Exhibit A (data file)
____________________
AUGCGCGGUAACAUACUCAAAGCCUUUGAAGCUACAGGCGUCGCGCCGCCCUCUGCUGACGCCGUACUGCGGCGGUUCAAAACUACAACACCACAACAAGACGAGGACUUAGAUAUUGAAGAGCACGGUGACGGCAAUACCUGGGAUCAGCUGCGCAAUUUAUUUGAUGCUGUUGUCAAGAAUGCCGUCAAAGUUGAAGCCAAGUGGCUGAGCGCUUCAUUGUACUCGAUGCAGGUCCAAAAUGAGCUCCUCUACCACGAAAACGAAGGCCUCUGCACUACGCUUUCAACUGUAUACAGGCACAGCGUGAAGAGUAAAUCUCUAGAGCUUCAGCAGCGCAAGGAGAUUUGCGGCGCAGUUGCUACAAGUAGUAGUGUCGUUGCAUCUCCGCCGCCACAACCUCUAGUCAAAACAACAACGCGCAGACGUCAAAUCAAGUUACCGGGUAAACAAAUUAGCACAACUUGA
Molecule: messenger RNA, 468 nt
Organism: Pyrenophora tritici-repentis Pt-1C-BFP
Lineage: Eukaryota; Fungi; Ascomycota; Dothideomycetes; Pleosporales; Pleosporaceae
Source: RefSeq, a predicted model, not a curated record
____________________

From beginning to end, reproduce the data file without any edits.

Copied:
AUGCGCGGUAACAUACUCAAAGCCUUUGAAGCUACAGGCGUCGCGCCGCCCUCUGCUGACGCCGUACUGCGGCGGUUCAAAACUACAACACCACAACAAGACGAGGACUUAGAUAUUGAAGAGCACGGUGACGGCAAUACCUGGGAUCAGCUGCGCAAUUUAUUUGAUGCUGUUGUCAAGAAUGCCGUCAAAGUUGAAGCCAAGUGGCUGAGCGCUUCAUUGUACUCGAUGCAGGUCCAAAAUGAGCUCCUCUACCACGAAAACGAAGGCCUCUGCACUACGCUUUCAACUGUAUACAGGCACAGCGUGAAGAGUAAAUCUCUAGAGCUUCAGCAGCGCAAGGAGAUUUGCGGCGCAGUUGCUACAAGUAGUAGUGUCGUUGCAUCUCCGCCGCCACAACCUCUAGUCAAAACAACAACGCGCAGACGUCAAAUCAAGUUACCGGGUAAACAAAUUAGCACAACUUGA
Molecule: messenger RNA, 468 nt
Organism: Pyrenophora tritici-repentis Pt-1C-BFP
Lineage: Eukaryota; Fungi; Ascomycota; Dothideomycetes; Pleosporales; Pleosporaceae
Source: RefSeq, a predicted model, not a curated record